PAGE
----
Reese reached third where his teammate hit a pop fly to the second baseman.

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(left) Reese at second; (right) Reese at third as teammate hits pop up.

Reese noticed the second baseman stumbled making the catch. Tagging up, Reese beat the throw handily, scoring on a rare infield pop up.

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(left) Reese scoring; (right) Reese pitching.

After the game, Reese said he made the heads up play on his own, without the urging of the third base coach. Reese just wanted to be aggressive. The inning after that, Reese took the mound and racked up some K’s.

I wasn’t focused on the Air Horn at that point, but no doubt Randy was tooting.

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(left) SOTA’s athletic director Dave Mickelson; (right) Leadership’s head coach Dave Sackett.

As usual, SOTA athletic director Dave Mickelson attended, rooting if not tooting on the team.


Rick of Rick’s Books on Monroe Avenue

The game was also opening day for Rick of Rick’s Books on Monroe Avenue. When not peddling tomes, Rick peddles dogs, and he fed quite a few ball fans.


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About The Author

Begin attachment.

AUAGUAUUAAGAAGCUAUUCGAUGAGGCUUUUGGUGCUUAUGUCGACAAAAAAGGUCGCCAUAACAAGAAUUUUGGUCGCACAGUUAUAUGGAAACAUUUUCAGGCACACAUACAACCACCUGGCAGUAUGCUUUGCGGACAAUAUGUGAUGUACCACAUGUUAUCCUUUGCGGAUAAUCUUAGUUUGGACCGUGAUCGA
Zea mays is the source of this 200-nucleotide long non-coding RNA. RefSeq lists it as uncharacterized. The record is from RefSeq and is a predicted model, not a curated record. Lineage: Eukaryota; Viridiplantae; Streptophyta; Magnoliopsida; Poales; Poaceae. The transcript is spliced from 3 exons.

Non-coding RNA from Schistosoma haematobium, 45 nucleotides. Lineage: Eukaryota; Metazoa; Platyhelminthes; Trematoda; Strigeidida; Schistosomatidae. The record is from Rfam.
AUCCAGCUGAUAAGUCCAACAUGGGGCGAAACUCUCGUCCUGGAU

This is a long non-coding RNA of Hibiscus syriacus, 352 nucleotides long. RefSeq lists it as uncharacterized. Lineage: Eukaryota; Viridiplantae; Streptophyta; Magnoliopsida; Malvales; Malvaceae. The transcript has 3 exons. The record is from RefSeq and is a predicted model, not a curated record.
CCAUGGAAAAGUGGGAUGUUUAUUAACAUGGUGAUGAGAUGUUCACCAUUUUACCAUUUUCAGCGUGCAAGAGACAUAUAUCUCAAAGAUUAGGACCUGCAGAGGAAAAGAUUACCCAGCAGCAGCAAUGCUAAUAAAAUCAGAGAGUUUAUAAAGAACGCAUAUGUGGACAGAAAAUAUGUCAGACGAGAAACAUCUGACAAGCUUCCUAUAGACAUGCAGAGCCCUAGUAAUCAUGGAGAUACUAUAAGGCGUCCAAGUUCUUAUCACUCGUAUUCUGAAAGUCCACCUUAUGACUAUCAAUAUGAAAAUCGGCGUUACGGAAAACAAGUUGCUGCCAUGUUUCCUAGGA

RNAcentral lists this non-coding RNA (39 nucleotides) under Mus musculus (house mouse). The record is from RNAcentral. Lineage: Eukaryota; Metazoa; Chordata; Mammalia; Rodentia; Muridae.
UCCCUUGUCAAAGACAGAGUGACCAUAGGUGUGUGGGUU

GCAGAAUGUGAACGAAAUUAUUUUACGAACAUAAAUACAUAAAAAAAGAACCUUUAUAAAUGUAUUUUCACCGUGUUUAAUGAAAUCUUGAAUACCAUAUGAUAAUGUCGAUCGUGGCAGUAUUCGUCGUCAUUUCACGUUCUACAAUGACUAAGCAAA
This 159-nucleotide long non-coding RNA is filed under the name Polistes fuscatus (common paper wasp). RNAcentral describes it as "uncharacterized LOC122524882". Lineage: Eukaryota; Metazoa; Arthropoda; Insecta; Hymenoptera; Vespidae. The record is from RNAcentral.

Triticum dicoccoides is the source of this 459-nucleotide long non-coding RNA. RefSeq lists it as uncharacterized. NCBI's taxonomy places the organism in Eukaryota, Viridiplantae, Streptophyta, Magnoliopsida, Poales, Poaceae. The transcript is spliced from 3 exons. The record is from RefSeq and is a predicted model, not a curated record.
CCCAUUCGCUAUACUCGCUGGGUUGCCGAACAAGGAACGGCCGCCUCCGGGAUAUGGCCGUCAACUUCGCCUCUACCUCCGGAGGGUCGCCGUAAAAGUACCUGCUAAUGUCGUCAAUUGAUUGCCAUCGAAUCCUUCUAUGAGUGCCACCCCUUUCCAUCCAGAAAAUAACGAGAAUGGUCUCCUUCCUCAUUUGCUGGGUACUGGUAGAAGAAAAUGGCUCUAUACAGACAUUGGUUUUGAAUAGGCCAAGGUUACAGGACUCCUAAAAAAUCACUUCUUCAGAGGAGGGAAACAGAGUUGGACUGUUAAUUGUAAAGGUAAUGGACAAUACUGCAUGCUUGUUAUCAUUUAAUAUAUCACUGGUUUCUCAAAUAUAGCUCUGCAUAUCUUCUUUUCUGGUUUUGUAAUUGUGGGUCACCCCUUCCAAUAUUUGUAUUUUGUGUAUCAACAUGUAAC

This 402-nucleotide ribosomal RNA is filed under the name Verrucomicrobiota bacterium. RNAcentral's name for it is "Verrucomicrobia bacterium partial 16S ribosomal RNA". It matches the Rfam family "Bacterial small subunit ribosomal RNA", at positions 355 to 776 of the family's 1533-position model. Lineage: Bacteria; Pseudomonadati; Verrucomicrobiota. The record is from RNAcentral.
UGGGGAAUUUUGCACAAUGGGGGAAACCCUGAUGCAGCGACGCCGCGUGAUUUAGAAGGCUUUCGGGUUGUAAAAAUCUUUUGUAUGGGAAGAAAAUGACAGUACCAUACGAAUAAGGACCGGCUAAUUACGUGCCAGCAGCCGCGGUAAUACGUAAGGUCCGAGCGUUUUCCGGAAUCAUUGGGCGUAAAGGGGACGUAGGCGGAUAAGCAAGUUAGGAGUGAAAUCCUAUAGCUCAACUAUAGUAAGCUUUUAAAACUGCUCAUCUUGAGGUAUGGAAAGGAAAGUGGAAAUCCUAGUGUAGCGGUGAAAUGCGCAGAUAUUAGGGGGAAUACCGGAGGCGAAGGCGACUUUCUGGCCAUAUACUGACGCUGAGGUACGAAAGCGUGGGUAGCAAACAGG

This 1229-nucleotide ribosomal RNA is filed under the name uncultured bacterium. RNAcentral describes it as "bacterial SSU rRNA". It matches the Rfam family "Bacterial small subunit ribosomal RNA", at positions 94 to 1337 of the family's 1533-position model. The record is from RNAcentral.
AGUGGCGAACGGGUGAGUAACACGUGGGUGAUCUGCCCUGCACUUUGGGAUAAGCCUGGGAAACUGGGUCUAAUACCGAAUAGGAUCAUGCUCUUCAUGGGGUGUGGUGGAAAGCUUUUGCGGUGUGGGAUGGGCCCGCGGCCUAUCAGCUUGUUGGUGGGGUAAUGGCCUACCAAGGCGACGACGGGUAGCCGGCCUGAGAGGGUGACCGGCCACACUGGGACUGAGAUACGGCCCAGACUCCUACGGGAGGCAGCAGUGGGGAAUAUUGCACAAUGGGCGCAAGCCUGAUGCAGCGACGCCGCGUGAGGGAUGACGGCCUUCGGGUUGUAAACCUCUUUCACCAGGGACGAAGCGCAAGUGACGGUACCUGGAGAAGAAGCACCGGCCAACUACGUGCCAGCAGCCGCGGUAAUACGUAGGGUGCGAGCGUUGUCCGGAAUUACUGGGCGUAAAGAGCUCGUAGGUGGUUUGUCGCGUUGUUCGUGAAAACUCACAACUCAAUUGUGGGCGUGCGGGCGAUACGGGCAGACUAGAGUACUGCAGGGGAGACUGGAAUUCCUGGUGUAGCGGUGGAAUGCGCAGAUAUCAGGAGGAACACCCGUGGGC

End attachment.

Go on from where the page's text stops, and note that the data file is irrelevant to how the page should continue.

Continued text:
Welcome to Talker of the Town! My name is David Kramer. I have a Ph.D in English and teach at Keuka College. I am a former and still active Fellow at the Nazareth College Center for Public History and a Storyteller in Residence at the SmallMatters Institute. Over the years, I have taught at Monroe Community College, the Rochester Institute of Technology and St. John Fisher College. I have published numerous Guest Essays, Letters, Book Reviews and Opinion pieces in The New York Times, Rochester Democrat and Chronicle, the Buffalo News, the Rochester Patriot, the Providence Journal, the Providence Business News, the Brown Alumni Magazine, the New London Day, the Boston Herald, the Messenger Post Newspapers, the Wedge, the Empty Closet, the CITY, Lake Affect Magazine and Brighton Connections. My poetry appears in The Criterion: An International Journal in English and Rundenalia and my academic writing in War, Literature and the Arts and Twentieth Century Literary Criticism. Starting in February 2013, I wrote for three Democratic and Chronicle  blogs, "Make City Schools Better," "Unite Rochester," and the "Editorial Board." When my tenure at the D & C  ended, I wanted to continue conversations first begun there. And start new ones.  So we created this new space, Talker of the Town, where all are invited to join. I don’t like to say these posts are “mine.” Very few of them are the sole product of my sometimes overheated imagination. Instead, I call them partnerships and collaborations. Or as they say in education, “peer group work.” Talker of the Town might better be Talkers of the Town. The blog won’t thrive without your leads, text, pictures, ideas, facebook shares, tweets, comments and criticisms.